Tavish Scott, chief executive of the Scottish Salmon Producers Organisation, said that despite the deal, there were still concerns.
He said: ‘We are pleased the negotiators have at last secured a deal. This will alleviate some of the serious problems that would come from a ‘no deal’ Brexit.
‘But we still have concerns. The disruption at the Channel right now is hitting our members’ ability to export. Brexit means the Scottish salmon sector now face the reality of lots more red tape, bureaucracy and paperwork which are the reality of the extra trade barriers which come with Brexit.
‘So until we see how this UK-EU agreement actually works in practice, it is impossible to make a clear judgement on how the new trading arrangement in 2021 will affect salmon farming.’
He said that salmon farming’s big worry remains the potential for disruption at the Channel.
Mr Scott said: ‘Salmon is a perishable product and any delay in getting the fish to our European markets will have serious consequences.
‘If consignments end up being stuck in queues of traffic for hours, the knock-on effects on eventual market price can be severe. That is exactly what we have seen since Sunday. So the omens are not good.’
Aodhan Connolly, director of the Northern Ireland Retail Consortium, welcomed the Brexit deal.
‘We hope this will protect consumers across the UK from billions in import tariffs on everyday goods,’ he said.
‘For Northern Ireland it also means a reduction in new customs frictions between GB and NI.’
However. he also warned that more work is required.
‘Even with a deal, retailers face a very different retail landscape from January 1, with many new checks and costs. The result will be rising costs for businesses, some of which may impact consumers,’ he said.
Done deal: Prime Minister Boris Johnson reacts after speaking to European Commission president Ursula von der Leyen on the phone at 10 Downing Street today
‘We need to ensure maximum flexibility from both the UK Government and the EU to prevent breakdowns in the supply chain.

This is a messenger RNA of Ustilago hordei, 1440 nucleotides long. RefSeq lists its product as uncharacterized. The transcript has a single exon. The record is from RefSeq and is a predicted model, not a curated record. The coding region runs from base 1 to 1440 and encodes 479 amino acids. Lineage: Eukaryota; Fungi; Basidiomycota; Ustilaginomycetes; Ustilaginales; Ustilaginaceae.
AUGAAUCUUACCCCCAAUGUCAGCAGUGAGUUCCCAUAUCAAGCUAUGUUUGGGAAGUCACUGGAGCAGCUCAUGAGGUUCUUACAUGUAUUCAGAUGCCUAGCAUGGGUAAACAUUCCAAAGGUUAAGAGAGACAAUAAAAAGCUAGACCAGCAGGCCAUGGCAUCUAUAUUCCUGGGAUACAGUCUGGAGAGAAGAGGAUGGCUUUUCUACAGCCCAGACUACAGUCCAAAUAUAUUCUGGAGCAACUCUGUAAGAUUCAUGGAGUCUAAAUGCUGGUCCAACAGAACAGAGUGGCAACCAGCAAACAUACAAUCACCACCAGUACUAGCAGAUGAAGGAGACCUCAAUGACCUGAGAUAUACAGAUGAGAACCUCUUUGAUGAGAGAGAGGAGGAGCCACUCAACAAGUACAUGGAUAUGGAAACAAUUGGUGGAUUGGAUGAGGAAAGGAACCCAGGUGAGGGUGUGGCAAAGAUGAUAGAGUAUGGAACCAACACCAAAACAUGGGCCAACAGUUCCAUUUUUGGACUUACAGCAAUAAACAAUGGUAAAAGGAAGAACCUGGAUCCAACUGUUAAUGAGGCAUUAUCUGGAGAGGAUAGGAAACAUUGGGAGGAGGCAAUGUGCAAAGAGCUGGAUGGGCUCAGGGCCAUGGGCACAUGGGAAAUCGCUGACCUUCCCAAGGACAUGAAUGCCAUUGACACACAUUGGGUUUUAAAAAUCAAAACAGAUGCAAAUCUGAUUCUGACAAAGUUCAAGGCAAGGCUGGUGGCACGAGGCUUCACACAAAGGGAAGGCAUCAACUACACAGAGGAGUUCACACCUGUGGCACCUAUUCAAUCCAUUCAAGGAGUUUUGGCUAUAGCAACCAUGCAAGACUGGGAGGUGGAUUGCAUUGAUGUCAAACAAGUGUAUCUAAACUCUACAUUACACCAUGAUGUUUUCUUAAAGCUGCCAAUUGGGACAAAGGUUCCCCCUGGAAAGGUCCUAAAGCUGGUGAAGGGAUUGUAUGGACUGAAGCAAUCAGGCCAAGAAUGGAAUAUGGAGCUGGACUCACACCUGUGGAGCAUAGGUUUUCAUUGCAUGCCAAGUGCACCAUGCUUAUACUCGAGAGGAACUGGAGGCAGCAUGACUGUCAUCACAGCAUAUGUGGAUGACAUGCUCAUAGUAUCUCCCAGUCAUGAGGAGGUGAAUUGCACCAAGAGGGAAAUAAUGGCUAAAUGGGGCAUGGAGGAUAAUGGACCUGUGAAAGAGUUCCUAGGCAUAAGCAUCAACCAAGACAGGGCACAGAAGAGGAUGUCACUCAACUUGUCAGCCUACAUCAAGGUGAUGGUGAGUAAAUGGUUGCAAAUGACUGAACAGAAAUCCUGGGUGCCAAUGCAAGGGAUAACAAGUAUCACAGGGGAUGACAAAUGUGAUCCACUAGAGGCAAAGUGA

‘There is still much hard work needed on Northern Ireland issues if we are not to face another cliff-edge in three or six months and retailers are to continue to give NI families the choice and affordability that they so desperately need.’
Trades Union Congress General Secretary Frances O’Grady tweeted: ‘This deal is better than nothing. But not by much.
‘This agreement is on the PM’s head. It’s his responsibility to make sure working families don’t end up worse off.
‘The govt must build on this deal to protect jobs. And unions will not accept any diluting of workers’ rights.’
Unions issue warning over jobs and workers’ rights despite trade deal
Union leaders warned the post-Brexit trade deal agreed between the UK and European Union would put workers’ rights on the line and will not protect jobs.
TUC general secretary Frances O’Grady said the deal was better than nothing, ‘but not by much’.
She said: ‘As we come out of the pandemic, we’re facing a crunch point for jobs and living standards. This deal is on the Prime Minister’s head – it’s his responsibility to make sure working families don’t end up worse off.
‘Now the Prime Minister must make good on his promise to level up Britain. And he needs to act fast.
‘There can be no more pointing the finger at the EU. Government must deliver an industrial strategy for decent work, with investment in jobs and green industries in parts of the country that need it most.’
Ms O’Grady said ministers must now urgently build on the deal to overcome barriers to trade and higher production costs she warned many sectors will face.
She added: ‘We will not accept a race to the bottom on rights. The deal won’t protect jobs and puts hard-won workers’ rights on the line.’
Transport Salaried Staffs’ Association general secretary Manuel Cortes said: ‘It is of course a relief that we have avoided a terrible no-deal situation, but today is a sad day which will leave us poorer as a nation than when we were as a member of the European Union.
‘It’s a scandal that a Brexit deal has only been reached with just one week to go until we leave the EU. Too many businesses have closed and lost trade because of the unacceptable delay and inability to make plans for whatever arrangements lie ahead.’